CLASSIFICATION BASED ON DNA
MICROARRAY DATA
This exercise will
illustrate classification based on data produced by DNA microarrays used for
monitoring expression levels of whole cell mRNA populations.
The exercise uses a
leukemia dataset and several analysis methods in the R statistics package.
Dataset
The leukemia dataset
contains gene expression levels for patients with high and low minimal residual
disease (MRD). MRD is a measure of the number of leukemic cells that are
present in the bone marrow after a period of treatment. MRD is therefore a
measure for how well the patients respond to the given treatment. Patients with
low MRD have a good response to treatment (and the cure rates for these
patients are high), whereas patients with high MRD have a poor response to
treatment (and a lower chance of long term survival).
The Affymetrix Focus Array
GeneChips where applied (a total of 8793 measured gene expressions).
Method
R: Public domain data analysis
package available for download for a number of different computer platforms at http://www.rproject.org/. There are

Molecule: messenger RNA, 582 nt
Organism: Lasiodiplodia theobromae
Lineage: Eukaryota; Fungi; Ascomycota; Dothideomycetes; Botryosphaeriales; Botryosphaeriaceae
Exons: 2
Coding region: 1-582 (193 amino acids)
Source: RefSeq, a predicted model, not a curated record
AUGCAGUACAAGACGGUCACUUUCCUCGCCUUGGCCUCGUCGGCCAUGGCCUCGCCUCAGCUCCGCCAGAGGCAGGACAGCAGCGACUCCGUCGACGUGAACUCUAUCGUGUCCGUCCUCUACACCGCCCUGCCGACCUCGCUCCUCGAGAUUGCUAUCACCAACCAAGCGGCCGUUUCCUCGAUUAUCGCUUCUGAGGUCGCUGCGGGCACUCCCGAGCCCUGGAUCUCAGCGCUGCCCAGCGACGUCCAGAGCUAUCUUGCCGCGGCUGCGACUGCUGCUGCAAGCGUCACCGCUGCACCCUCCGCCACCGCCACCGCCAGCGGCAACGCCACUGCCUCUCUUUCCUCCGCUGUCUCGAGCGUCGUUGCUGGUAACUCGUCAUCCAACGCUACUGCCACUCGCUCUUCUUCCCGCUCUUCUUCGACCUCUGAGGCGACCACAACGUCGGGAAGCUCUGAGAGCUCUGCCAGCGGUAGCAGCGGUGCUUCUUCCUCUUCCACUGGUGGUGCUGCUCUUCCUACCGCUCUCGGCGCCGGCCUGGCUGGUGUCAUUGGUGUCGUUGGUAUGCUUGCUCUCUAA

several online manuals available, e.g.: An Introduction to R
(PDF file).
Copy the commands given in
the exercise into the window. If you get
an error, try to copy one line at a time.
Please write down your answers during the exercise, so you can compare
the results obtained in the different parts of the exercise!!!
Exercises:
First load
the data into R:
R
Check
that your Xwin is working by typing
plot(1:10)
ls()
load("/home/projects/hanni/Courses/Phdcourse/leukemiaMRDdata")
ls()
You should now have the following
objects loaded into R:

Matrix

classes

expnames
Look at your data by typing "classes" and "expnames".
“classes” is a vector with the
assigned classes (H: high MRD, L: low MRD).
The “expnames”
are the names of the experiments followed by the class. Eg.